Human-Computer Interaction: Ergonomics and User Interfaces - Vol. 1

By Hans-Jörg Bullinger; Jürgen Ziegler | Go to book overview
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Remote Usability Testing through the Internet

Bo Chen1, Mark Mitsock1, Jose Coronado1 and Gavriel Salvendy1

1 Hyperion Solutions Corporation, Stamford, CT, U.S.A.

2 School of Industrial Engineering, Purdue University,
West Lafayette, IN, U.S.A.

Introduction and background

Conventional usability testing takes place in a usability lab equipped with audio-visual equipment and scanning software. The lab environment allows the experimenter to scan the screen to record the user's interaction, and combined with a think-aloud protocol, to record the users real-time comments and facial expressions. Logging software can gather performance data. The results are high quality data for analysis ( Nielsen 1994).

Remote usability testing through the Internet has the potential to allow the experimenter to gather data of equally high quality without the test subjects having to be physically present at the usability lab. With remote testing, the experimenter at the usability lab uses Internet conferencing software to initiate a collaboration session and to share a software prototype on the usability lab's computer with a subject at a remote site. Because the prototype is running on the usability lab computer, the remote subject's interactions with the software are scanned by the lab's equipment and performance data is logged by the logging software. The remote subjects' real-time comments are recorded by the lab's audio equipment. Optionally facial expression can be recorded if the remote subject has video equipment at their site. Lab-quality data can thus be obtained without incurring prohibitive costs in travel time and expense ( Hartson et al. 1996).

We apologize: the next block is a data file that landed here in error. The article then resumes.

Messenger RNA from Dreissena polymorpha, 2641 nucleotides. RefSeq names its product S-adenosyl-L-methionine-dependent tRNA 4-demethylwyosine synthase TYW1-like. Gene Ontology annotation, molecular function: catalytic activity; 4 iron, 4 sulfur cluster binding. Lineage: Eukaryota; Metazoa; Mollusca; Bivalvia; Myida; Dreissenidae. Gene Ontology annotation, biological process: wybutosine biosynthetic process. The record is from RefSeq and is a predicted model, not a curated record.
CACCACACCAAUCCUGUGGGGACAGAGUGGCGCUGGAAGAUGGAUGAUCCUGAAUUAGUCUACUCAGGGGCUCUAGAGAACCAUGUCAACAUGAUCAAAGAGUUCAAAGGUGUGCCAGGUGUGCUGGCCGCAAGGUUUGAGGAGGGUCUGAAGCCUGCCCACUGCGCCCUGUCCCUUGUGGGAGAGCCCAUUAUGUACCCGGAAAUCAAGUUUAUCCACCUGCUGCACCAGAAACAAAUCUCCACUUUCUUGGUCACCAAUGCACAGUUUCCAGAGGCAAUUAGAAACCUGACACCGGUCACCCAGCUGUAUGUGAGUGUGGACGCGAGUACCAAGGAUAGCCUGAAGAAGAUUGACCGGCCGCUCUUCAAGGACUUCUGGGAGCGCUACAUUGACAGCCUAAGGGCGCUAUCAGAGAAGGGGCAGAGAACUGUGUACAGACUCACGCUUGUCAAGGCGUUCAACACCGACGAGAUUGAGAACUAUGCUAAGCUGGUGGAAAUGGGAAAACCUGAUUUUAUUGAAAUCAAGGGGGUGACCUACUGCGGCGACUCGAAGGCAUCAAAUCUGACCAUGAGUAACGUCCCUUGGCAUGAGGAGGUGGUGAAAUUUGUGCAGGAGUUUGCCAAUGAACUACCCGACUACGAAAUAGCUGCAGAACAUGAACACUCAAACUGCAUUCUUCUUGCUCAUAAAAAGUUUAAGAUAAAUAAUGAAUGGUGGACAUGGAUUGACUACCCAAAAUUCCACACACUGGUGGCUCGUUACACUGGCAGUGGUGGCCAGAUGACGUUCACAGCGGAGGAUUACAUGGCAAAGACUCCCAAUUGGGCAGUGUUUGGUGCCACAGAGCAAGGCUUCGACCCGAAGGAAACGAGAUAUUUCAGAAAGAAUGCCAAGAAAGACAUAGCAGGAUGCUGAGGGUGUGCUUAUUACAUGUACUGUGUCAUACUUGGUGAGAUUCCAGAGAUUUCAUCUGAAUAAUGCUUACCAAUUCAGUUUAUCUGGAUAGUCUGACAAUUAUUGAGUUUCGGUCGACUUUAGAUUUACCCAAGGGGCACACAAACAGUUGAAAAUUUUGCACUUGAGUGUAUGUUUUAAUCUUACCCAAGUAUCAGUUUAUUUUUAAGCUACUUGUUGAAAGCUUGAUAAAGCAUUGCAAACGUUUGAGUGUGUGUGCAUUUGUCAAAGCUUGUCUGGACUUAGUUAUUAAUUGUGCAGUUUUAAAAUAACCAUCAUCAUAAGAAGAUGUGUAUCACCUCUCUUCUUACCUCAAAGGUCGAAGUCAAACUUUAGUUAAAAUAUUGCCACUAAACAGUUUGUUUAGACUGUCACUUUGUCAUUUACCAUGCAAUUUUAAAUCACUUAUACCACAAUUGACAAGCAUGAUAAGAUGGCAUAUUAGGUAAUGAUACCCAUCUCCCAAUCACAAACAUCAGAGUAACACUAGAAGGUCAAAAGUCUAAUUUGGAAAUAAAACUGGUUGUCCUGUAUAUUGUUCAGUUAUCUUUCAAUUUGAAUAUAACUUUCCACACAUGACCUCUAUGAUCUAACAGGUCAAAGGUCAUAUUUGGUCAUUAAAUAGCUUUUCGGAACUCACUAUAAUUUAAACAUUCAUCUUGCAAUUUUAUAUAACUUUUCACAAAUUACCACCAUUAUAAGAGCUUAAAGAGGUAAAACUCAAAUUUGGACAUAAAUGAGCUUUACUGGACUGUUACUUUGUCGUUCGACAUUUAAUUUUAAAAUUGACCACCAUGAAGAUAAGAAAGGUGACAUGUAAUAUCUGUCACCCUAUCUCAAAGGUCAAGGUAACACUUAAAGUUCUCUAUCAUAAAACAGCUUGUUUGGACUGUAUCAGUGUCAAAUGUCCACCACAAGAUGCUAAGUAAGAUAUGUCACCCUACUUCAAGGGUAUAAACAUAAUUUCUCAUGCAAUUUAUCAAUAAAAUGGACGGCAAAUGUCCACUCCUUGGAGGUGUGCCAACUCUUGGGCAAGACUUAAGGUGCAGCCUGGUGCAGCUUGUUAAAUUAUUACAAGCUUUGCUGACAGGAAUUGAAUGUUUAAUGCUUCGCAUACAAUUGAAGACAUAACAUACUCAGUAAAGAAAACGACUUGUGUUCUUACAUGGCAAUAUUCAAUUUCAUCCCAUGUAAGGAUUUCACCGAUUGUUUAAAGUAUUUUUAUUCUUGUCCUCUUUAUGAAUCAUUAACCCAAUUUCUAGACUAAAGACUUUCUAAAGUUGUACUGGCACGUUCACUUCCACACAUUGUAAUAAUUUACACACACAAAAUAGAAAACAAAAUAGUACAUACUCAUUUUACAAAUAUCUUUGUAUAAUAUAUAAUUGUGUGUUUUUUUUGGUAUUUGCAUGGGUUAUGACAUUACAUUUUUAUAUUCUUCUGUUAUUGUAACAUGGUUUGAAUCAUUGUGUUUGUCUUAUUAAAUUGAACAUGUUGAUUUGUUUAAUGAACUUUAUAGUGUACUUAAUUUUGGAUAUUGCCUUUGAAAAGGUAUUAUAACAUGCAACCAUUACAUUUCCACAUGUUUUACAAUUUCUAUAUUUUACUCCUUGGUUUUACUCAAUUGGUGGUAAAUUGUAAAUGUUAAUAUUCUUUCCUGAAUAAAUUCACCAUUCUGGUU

Because many of our clients are multi-national companies with locations all around the globe, we find the potential for gathering high quality usability data over the Intemet very attractive. We wanted to determine whether being at a remote location would have an impact, positive or negative, on the performance of usability test subjects or on their satisfaction ratings of the software. We also


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Human-Computer Interaction: Ergonomics and User Interfaces - Vol. 1
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